Optimum drying temperature depends on the type of dryer, airflow rate, end use (feed, market, seed) and initial and final moisture contents. Maximum temperature for drying grain sorghum for use as seed should not exceed 110°F. Dry for milling below 140°F in high airflow batch and continuous flow dryers and 120°F in bin dryers. If used for feed, drying temperatures can be up to 180°F. Always cool grain to within 5-10 degrees of the average outside air temperature after drying. Natural, unheated air may be used when the relative humidity is 55 percent or less and the grain moisture is 15 percent or less.

Natural, unheated air drying can be used to dry grain sorghum if the moisture content is 16 percent or below and the drying depth is less than 10 feet. Drying fans must be capable of delivering at least 1-2 cfm/bushel. Because the drying process is slow, it is important to start the fans immediately after the floor is covered.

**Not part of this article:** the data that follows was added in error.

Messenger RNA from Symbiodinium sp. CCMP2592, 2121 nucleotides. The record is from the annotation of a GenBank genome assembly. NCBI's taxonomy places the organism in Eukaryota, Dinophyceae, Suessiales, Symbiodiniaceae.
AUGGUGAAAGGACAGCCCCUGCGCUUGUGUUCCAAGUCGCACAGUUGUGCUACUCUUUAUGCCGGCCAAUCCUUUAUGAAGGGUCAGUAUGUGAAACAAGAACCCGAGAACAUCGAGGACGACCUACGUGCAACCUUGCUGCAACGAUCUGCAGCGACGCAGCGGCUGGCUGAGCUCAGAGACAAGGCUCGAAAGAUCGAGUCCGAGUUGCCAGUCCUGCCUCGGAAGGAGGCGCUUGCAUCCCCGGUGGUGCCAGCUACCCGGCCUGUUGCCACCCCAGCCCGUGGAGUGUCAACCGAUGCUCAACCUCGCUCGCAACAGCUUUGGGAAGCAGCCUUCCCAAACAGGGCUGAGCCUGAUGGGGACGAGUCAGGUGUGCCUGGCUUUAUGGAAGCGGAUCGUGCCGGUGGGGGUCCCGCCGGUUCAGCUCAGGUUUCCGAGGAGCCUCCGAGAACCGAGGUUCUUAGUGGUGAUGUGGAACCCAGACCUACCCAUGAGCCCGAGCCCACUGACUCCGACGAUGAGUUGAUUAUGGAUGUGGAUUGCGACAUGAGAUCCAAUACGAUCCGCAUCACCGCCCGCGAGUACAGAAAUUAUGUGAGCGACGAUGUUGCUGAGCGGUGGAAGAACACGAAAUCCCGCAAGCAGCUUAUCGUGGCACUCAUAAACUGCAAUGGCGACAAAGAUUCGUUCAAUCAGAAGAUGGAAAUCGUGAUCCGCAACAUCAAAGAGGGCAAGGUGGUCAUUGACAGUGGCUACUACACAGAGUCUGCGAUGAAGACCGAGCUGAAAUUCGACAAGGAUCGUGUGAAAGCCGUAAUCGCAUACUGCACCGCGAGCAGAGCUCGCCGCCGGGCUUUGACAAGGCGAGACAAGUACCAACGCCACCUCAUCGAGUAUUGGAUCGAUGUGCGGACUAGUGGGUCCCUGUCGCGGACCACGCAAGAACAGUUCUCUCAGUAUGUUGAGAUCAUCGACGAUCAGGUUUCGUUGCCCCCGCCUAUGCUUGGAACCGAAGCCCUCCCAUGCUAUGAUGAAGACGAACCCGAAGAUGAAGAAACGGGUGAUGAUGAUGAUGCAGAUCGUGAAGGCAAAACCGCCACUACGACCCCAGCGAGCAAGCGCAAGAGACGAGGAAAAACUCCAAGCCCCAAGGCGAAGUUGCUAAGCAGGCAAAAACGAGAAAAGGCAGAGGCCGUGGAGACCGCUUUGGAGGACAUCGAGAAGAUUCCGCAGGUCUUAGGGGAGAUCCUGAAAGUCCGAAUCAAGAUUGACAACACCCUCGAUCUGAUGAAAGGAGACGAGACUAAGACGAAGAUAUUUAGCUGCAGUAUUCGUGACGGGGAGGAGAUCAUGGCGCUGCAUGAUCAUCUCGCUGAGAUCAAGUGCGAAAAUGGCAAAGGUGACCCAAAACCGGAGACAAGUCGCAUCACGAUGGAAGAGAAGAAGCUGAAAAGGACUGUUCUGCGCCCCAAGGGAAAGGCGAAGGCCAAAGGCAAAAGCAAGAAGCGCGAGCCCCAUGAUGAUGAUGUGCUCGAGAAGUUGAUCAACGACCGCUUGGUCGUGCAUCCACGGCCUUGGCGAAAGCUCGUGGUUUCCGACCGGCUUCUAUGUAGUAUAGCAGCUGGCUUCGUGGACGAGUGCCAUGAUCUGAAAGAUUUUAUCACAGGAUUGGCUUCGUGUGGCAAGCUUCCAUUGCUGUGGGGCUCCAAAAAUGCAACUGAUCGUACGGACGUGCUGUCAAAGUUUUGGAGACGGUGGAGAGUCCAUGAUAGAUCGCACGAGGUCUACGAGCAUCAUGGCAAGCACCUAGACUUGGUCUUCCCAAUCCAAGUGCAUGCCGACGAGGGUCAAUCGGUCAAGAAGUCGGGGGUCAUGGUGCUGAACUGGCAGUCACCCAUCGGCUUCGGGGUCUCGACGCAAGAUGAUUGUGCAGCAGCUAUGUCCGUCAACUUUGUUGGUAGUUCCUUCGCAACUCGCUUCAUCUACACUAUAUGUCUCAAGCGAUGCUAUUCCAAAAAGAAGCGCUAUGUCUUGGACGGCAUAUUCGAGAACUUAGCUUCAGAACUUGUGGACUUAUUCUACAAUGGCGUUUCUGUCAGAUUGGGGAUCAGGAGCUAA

Storing Grain Sorghum

Aeration is one of the most important management tools available to producers for maintaining grain quality in sorghum storage. Aeration extends the storage life of grain by removing odors, preventing moisture accumulation and controlling conditions conducive to mold growth and insect activity.

Grain should be aerated after it is dried and in the fall, winter and spring. Begin aeration when the average outdoor temperature is 10-15°F lower than the grain temperature. Average outside temperature can be taken as the average of the high and low temperatures over a 3-5 day period. Check grain temperatures at various locations in the bin with a probe and thermometer.

Inspect all grain in storage at least once a week. Check for indications of moisture such as crusting or condensation on the bin roof. Check and record the temperature at several points in the stored grain. Any increase in temperature indicates a problem unless outside temperatures are warmer than the grain. Probe the grain to check for insects or other problems. If problems are noticed, run the aeration fans.